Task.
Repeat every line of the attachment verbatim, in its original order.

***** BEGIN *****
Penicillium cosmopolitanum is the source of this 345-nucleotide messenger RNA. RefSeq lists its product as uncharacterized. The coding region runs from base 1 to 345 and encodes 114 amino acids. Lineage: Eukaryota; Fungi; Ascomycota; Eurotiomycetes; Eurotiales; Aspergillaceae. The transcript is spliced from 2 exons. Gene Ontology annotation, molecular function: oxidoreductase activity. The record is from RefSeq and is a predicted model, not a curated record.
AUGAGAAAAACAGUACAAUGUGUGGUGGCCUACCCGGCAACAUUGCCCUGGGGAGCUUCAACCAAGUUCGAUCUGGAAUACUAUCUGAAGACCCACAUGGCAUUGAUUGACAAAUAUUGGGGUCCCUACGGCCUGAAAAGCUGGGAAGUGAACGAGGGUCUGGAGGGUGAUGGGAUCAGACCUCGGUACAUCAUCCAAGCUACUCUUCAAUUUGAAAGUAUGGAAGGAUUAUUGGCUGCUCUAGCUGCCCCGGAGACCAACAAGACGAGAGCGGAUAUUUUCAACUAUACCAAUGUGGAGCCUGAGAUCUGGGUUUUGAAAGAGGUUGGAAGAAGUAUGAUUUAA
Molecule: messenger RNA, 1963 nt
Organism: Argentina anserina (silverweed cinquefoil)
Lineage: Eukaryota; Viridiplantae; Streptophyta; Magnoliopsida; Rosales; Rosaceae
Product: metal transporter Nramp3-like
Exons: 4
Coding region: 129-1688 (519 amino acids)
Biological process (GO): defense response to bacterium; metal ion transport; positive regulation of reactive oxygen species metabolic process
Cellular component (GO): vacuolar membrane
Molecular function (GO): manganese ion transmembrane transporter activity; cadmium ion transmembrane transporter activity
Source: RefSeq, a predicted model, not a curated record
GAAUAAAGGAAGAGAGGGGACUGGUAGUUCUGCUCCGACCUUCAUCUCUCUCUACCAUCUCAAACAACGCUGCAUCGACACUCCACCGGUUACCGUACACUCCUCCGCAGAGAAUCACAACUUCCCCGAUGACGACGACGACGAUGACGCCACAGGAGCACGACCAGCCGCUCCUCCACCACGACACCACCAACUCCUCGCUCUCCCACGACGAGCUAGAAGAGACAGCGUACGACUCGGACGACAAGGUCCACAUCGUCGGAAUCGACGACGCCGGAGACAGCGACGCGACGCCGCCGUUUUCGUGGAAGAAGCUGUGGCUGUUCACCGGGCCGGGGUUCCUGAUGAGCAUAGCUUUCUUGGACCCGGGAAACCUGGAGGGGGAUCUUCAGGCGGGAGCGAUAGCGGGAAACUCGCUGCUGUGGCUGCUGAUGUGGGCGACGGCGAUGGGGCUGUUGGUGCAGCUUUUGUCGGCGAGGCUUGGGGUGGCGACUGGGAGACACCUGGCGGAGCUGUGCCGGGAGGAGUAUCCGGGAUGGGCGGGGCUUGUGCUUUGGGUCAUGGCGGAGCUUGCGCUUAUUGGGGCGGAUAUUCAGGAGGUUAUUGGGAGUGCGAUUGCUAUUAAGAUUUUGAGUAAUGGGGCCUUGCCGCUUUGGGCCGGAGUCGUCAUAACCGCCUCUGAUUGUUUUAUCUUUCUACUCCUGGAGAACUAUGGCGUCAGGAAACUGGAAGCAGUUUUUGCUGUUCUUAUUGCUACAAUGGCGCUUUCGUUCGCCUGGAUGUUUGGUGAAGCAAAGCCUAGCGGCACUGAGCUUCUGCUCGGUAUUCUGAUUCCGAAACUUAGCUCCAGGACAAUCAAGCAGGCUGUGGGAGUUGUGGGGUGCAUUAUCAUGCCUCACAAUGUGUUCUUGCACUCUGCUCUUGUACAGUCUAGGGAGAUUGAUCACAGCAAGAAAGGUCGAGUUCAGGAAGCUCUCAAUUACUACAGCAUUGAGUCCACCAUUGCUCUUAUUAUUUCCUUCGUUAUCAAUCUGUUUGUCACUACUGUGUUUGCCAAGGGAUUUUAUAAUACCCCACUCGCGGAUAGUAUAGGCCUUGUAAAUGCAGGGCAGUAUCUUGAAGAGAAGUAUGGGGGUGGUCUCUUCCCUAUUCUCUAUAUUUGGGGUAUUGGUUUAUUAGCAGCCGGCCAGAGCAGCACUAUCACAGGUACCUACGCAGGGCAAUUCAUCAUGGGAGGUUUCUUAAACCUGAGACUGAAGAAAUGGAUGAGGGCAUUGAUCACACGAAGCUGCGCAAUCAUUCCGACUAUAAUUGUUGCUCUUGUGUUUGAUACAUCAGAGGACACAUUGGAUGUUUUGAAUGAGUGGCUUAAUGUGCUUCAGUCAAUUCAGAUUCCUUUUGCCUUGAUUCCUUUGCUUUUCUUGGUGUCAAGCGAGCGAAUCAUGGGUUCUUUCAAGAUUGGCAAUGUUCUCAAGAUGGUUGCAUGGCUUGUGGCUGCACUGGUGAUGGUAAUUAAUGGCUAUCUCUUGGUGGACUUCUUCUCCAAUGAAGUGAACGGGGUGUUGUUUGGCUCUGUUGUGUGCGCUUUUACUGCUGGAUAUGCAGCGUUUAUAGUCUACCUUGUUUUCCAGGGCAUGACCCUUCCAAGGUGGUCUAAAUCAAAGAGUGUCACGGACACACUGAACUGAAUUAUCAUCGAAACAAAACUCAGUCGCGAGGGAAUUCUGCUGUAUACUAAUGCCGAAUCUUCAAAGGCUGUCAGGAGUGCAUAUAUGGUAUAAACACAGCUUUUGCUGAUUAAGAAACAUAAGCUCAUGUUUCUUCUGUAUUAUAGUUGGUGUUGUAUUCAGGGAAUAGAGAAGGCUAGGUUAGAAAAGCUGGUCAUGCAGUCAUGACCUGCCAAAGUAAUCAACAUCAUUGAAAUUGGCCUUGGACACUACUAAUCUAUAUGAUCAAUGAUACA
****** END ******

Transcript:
Penicillium cosmopolitanum is the source of this 345-nucleotide messenger RNA. RefSeq lists its product as uncharacterized. The coding region runs from base 1 to 345 and encodes 114 amino acids. Lineage: Eukaryota; Fungi; Ascomycota; Eurotiomycetes; Eurotiales; Aspergillaceae. The transcript is spliced from 2 exons. Gene Ontology annotation, molecular function: oxidoreductase activity. The record is from RefSeq and is a predicted model, not a curated record.
AUGAGAAAAACAGUACAAUGUGUGGUGGCCUACCCGGCAACAUUGCCCUGGGGAGCUUCAACCAAGUUCGAUCUGGAAUACUAUCUGAAGACCCACAUGGCAUUGAUUGACAAAUAUUGGGGUCCCUACGGCCUGAAAAGCUGGGAAGUGAACGAGGGUCUGGAGGGUGAUGGGAUCAGACCUCGGUACAUCAUCCAAGCUACUCUUCAAUUUGAAAGUAUGGAAGGAUUAUUGGCUGCUCUAGCUGCCCCGGAGACCAACAAGACGAGAGCGGAUAUUUUCAACUAUACCAAUGUGGAGCCUGAGAUCUGGGUUUUGAAAGAGGUUGGAAGAAGUAUGAUUUAA
Molecule: messenger RNA, 1963 nt
Organism: Argentina anserina (silverweed cinquefoil)
Lineage: Eukaryota; Viridiplantae; Streptophyta; Magnoliopsida; Rosales; Rosaceae
Product: metal transporter Nramp3-like
Exons: 4
Coding region: 129-1688 (519 amino acids)
Biological process (GO): defense response to bacterium; metal ion transport; positive regulation of reactive oxygen species metabolic process
Cellular component (GO): vacuolar membrane
Molecular function (GO): manganese ion transmembrane transporter activity; cadmium ion transmembrane transporter activity
Source: RefSeq, a predicted model, not a curated record
GAAUAAAGGAAGAGAGGGGACUGGUAGUUCUGCUCCGACCUUCAUCUCUCUCUACCAUCUCAAACAACGCUGCAUCGACACUCCACCGGUUACCGUACACUCCUCCGCAGAGAAUCACAACUUCCCCGAUGACGACGACGACGAUGACGCCACAGGAGCACGACCAGCCGCUCCUCCACCACGACACCACCAACUCCUCGCUCUCCCACGACGAGCUAGAAGAGACAGCGUACGACUCGGACGACAAGGUCCACAUCGUCGGAAUCGACGACGCCGGAGACAGCGACGCGACGCCGCCGUUUUCGUGGAAGAAGCUGUGGCUGUUCACCGGGCCGGGGUUCCUGAUGAGCAUAGCUUUCUUGGACCCGGGAAACCUGGAGGGGGAUCUUCAGGCGGGAGCGAUAGCGGGAAACUCGCUGCUGUGGCUGCUGAUGUGGGCGACGGCGAUGGGGCUGUUGGUGCAGCUUUUGUCGGCGAGGCUUGGGGUGGCGACUGGGAGACACCUGGCGGAGCUGUGCCGGGAGGAGUAUCCGGGAUGGGCGGGGCUUGUGCUUUGGGUCAUGGCGGAGCUUGCGCUUAUUGGGGCGGAUAUUCAGGAGGUUAUUGGGAGUGCGAUUGCUAUUAAGAUUUUGAGUAAUGGGGCCUUGCCGCUUUGGGCCGGAGUCGUCAUAACCGCCUCUGAUUGUUUUAUCUUUCUACUCCUGGAGAACUAUGGCGUCAGGAAACUGGAAGCAGUUUUUGCUGUUCUUAUUGCUACAAUGGCGCUUUCGUUCGCCUGGAUGUUUGGUGAAGCAAAGCCUAGCGGCACUGAGCUUCUGCUCGGUAUUCUGAUUCCGAAACUUAGCUCCAGGACAAUCAAGCAGGCUGUGGGAGUUGUGGGGUGCAUUAUCAUGCCUCACAAUGUGUUCUUGCACUCUGCUCUUGUACAGUCUAGGGAGAUUGAUCACAGCAAGAAAGGUCGAGUUCAGGAAGCUCUCAAUUACUACAGCAUUGAGUCCACCAUUGCUCUUAUUAUUUCCUUCGUUAUCAAUCUGUUUGUCACUACUGUGUUUGCCAAGGGAUUUUAUAAUACCCCACUCGCGGAUAGUAUAGGCCUUGUAAAUGCAGGGCAGUAUCUUGAAGAGAAGUAUGGGGGUGGUCUCUUCCCUAUUCUCUAUAUUUGGGGUAUUGGUUUAUUAGCAGCCGGCCAGAGCAGCACUAUCACAGGUACCUACGCAGGGCAAUUCAUCAUGGGAGGUUUCUUAAACCUGAGACUGAAGAAAUGGAUGAGGGCAUUGAUCACACGAAGCUGCGCAAUCAUUCCGACUAUAAUUGUUGCUCUUGUGUUUGAUACAUCAGAGGACACAUUGGAUGUUUUGAAUGAGUGGCUUAAUGUGCUUCAGUCAAUUCAGAUUCCUUUUGCCUUGAUUCCUUUGCUUUUCUUGGUGUCAAGCGAGCGAAUCAUGGGUUCUUUCAAGAUUGGCAAUGUUCUCAAGAUGGUUGCAUGGCUUGUGGCUGCACUGGUGAUGGUAAUUAAUGGCUAUCUCUUGGUGGACUUCUUCUCCAAUGAAGUGAACGGGGUGUUGUUUGGCUCUGUUGUGUGCGCUUUUACUGCUGGAUAUGCAGCGUUUAUAGUCUACCUUGUUUUCCAGGGCAUGACCCUUCCAAGGUGGUCUAAAUCAAAGAGUGUCACGGACACACUGAACUGAAUUAUCAUCGAAACAAAACUCAGUCGCGAGGGAAUUCUGCUGUAUACUAAUGCCGAAUCUUCAAAGGCUGUCAGGAGUGCAUAUAUGGUAUAAACACAGCUUUUGCUGAUUAAGAAACAUAAGCUCAUGUUUCUUCUGUAUUAUAGUUGGUGUUGUAUUCAGGGAAUAGAGAAGGCUAGGUUAGAAAAGCUGGUCAUGCAGUCAUGACCUGCCAAAGUAAUCAACAUCAUUGAAAUUGGCCUUGGACACUACUAAUCUAUAUGAUCAAUGAUACA